Middle East

Kurds wary of Turkey role in fight against Islamic State

Turkish soldiers stand on a hill, facing the Islamic State (IS) fighters new position near the Syrian border at the south-eastern town of Suruc in the Sanliurfa province on 2 October 2014. Image copyright Getty Images

While the shelling of the Syrian town of Kobane continues and Turkish tanks sit idle, Kurds on either side of the border are inclined to be deeply sceptical of pledges from Ankara.

"I think it's a bluff. I don't see anything," said Ferhat Anik, a Kurd from the Turkish city of Mardin, when asked about the Turkish prime minister's apparent pledge not to let Kobane fall.

Anik is one of hundreds of Kurdish volunteers drawn to the border area in the past two weeks. They've come to express solidarity with their Syrian cousins. Some Kurds also try to smuggle aid or fighters across the border.

As he spoke, from a position overlooking the fence, occasional explosions could be heard in the distance. The eastern fringes of the besieged town came under shellfire again on Friday morning and puffs of smoke could be seen rising from a strategic hill above the town.

There were also occasional bursts of small arms fire, suggesting Islamic State (IS) fighters may once again be trying to enter Kobane.

An IS tank was also clearly visible, moving across agricultural ground no more than two or three kilometres from the edge of town.

Turkish Kurds like Ferhat Anik suspect that Turkey is happy to see Kobane fall, since this would represent a significant blow for the Syrian Kurdish YPG, and by extension its Kurdish ally in Turkey, the outlawed PKK guerrilla group.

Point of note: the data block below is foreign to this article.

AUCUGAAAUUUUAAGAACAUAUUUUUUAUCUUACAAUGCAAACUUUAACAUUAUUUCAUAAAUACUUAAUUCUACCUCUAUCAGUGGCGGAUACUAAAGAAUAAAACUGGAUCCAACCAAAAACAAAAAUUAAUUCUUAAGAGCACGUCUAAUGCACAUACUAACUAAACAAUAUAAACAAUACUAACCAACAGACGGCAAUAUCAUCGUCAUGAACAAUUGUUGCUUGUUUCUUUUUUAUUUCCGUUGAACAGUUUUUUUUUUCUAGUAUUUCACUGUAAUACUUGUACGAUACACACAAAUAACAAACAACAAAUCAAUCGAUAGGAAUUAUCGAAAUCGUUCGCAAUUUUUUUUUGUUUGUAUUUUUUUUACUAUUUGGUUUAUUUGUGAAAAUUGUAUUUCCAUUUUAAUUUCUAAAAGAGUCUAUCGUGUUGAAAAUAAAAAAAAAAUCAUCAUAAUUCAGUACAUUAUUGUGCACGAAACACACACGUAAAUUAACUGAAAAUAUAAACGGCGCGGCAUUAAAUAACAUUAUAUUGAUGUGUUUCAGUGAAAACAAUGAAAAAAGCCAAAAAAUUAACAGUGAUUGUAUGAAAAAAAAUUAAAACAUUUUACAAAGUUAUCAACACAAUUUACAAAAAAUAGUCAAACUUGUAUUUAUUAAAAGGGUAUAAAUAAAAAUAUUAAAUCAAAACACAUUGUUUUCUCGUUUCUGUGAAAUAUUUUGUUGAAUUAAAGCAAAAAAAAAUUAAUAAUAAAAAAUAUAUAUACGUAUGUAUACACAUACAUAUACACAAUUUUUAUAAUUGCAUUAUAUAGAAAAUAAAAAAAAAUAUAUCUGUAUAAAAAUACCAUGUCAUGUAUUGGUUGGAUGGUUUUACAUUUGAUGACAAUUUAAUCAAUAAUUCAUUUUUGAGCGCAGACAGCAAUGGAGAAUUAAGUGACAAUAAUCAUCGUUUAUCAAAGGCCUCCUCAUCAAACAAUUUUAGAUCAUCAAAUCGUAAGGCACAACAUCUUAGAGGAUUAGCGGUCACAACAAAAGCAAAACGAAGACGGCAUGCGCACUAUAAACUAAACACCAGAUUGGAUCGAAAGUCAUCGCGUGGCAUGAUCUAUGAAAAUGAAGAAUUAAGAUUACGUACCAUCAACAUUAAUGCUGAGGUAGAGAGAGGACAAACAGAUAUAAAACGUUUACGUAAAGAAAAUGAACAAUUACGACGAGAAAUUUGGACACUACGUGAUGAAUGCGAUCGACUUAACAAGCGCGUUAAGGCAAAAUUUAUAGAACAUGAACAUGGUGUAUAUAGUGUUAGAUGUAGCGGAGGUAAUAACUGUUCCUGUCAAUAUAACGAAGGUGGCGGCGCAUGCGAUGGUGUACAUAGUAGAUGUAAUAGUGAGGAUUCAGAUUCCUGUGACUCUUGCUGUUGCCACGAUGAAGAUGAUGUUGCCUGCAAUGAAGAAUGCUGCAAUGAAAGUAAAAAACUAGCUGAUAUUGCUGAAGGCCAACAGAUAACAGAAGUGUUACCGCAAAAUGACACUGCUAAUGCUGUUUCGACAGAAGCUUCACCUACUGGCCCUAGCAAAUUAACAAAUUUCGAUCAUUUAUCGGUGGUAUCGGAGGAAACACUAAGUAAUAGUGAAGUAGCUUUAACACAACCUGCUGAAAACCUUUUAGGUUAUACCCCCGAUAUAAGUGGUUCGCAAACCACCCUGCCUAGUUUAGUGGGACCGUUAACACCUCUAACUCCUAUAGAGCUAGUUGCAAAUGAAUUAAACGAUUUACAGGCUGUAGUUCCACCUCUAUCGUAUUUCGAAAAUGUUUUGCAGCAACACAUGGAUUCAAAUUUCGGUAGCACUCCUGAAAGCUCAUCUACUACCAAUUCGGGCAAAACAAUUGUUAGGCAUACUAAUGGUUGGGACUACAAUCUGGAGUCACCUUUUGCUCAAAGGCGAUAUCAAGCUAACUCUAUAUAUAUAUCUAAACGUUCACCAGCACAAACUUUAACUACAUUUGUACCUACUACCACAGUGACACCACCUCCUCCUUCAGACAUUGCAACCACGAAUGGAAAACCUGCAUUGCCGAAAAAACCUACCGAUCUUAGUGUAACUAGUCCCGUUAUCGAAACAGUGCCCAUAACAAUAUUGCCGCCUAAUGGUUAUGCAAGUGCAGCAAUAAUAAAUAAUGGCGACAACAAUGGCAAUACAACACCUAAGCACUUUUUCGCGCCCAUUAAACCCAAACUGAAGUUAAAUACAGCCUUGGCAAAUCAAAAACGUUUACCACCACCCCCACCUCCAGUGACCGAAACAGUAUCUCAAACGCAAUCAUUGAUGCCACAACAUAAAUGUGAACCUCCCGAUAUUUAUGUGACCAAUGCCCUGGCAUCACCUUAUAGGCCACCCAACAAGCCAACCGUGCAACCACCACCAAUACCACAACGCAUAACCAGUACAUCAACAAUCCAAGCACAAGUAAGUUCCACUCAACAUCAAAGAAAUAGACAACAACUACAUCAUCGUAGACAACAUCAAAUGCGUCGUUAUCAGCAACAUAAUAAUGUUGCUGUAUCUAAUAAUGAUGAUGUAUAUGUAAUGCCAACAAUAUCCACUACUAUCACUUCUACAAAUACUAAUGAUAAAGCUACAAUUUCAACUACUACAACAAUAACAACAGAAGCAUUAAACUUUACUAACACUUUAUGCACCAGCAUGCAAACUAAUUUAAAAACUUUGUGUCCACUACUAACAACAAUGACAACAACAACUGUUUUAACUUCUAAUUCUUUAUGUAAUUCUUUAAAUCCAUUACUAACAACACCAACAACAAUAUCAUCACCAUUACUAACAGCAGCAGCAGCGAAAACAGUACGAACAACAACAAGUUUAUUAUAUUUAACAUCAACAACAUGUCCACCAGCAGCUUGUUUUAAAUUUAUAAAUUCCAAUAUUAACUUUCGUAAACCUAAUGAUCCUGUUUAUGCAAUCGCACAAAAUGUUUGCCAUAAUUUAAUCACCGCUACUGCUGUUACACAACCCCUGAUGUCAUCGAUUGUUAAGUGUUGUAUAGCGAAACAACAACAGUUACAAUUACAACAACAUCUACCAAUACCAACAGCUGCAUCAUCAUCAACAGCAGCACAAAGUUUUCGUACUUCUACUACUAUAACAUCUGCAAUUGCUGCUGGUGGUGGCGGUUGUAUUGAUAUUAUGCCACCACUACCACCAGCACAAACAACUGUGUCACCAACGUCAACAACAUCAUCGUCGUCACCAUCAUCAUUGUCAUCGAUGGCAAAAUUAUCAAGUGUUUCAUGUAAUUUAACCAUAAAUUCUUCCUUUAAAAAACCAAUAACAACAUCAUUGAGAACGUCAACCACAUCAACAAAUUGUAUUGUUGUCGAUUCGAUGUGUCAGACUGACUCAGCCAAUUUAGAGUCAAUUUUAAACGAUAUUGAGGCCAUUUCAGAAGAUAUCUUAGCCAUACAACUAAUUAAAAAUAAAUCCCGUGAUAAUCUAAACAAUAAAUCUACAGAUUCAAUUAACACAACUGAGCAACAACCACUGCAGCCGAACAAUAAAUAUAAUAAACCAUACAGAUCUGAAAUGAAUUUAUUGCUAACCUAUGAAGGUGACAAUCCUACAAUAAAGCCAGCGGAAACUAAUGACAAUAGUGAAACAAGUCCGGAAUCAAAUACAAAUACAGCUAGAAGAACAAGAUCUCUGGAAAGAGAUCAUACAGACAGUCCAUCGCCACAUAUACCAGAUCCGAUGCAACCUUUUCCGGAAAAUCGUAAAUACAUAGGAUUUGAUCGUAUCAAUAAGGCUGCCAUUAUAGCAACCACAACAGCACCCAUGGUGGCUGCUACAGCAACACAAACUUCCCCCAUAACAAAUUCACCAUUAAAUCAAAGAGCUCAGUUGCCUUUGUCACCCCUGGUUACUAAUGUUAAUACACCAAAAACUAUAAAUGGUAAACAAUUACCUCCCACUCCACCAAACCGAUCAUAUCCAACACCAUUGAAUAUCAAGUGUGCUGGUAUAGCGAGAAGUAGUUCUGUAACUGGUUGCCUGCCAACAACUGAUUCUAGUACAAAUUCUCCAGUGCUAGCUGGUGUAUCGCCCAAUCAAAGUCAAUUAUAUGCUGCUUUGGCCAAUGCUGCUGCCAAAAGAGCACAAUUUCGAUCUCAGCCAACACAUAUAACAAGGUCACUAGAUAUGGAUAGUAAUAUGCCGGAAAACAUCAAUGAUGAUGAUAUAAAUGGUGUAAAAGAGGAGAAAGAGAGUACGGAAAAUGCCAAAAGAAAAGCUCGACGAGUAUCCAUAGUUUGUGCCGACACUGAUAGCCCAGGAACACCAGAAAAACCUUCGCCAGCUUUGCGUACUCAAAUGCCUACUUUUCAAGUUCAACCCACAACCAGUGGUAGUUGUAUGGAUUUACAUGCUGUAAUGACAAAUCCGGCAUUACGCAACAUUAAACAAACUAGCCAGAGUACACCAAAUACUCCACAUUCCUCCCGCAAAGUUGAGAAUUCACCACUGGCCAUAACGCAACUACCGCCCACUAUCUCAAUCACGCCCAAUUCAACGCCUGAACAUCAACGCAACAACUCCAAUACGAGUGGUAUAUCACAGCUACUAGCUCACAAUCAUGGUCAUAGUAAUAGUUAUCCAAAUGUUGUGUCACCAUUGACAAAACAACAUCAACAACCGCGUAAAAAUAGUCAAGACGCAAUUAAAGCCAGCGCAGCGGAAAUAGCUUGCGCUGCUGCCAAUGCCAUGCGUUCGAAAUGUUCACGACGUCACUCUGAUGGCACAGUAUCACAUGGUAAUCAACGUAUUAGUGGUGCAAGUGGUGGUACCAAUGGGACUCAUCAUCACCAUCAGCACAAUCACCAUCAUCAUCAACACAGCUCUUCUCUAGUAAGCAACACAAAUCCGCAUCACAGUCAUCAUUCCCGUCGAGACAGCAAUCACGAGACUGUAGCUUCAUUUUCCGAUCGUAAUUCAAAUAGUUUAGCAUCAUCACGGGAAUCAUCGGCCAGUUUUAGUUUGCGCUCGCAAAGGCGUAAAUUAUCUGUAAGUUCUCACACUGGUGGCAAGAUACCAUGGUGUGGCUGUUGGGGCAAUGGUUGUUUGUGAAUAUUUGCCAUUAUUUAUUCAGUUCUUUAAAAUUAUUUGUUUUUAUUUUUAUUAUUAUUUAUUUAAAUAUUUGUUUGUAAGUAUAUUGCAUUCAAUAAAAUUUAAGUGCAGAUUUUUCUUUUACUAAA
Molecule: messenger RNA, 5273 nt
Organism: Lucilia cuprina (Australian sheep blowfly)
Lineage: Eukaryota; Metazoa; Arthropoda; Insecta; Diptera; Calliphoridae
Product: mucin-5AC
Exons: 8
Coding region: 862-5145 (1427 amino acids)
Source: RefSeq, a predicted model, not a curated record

Image copyright Getty Images
Image caption Turkish Kurds scuffled with Turkish soldiers as they tried to cross the border to help the battle against Islamic State fighters advancing on the mainly Syrian Kurdish town of Kobane

Anything that keeps Kurds on the back foot, they believe, is good news for Ankara.

But despite the desperate plight of Kobane, Kurds are not looking for Turkey to send troops in to save it.

I asked Anik whether he wanted to see Turkish tanks, stationed right here on the border, within a few hundred metres of the besieged town, roll across the border and join the fight.

His answer was emphatic.

"It's the same thing if IS or Turkey take control of the area," Anik says.

"When the Turks move in, we know they have something else in mind," he adds, suggesting this would be a prelude to occupation.

"Turkey has been a big oppressor of the Kurds."

A call for arms

The legacy of decades of bloody conflict between Turkey and its own Kurdish population has left deep psychological scars and levels of mistrust bordering on paranoia.

Most Kurds are convinced that Turkey has been in league with IS from the start, allowing thousands of foreign fighters to pass easily through Turkish territory to join the fight in Syria.

That this has happened is undisputed, but Kurds also make wilder claims, including that Ankara has been secretly arming IS.

But if they don't want Turkish military intervention, what do the Kurds want?

"It's easy," says Anik. "Just give the YPG [Syrian Kurdish fighters] weapons and the YPG will stop ISIS.

"Kurds can secure the border by ourselves. We just need more weapons."

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Media captionAbout 100 Kurdish protesters broke into the European Parliament

But this isn't going to happen. Mistrust and suspicion work both ways and it seems inconceivable that Turkey would choose to arm any Kurdish guerrilla group, on either side of the border.

The Turkish authorities have gone to great lengths to prevent aid, arms or volunteers crossing the border, resulting in tense encounters in which the police have used tear gas and water cannon.

Despite the Turkish prime minister's promise to do everything necessary to stop Kobane falling, few expect to see the tanks roll in. Turkey has its own reasons to be wary of getting entangled on the ground in Syria.

It's likely to press members of the US-led coalition to declare a no-fly zone, similar to that which existed in northern Iraq between 1991 and 2003, before considering any direct military intervention of its own.

This is unlikely to happen soon, if at all. Which means that apart from occasional coalition air strikes, the men and women defending Kobane are on their own.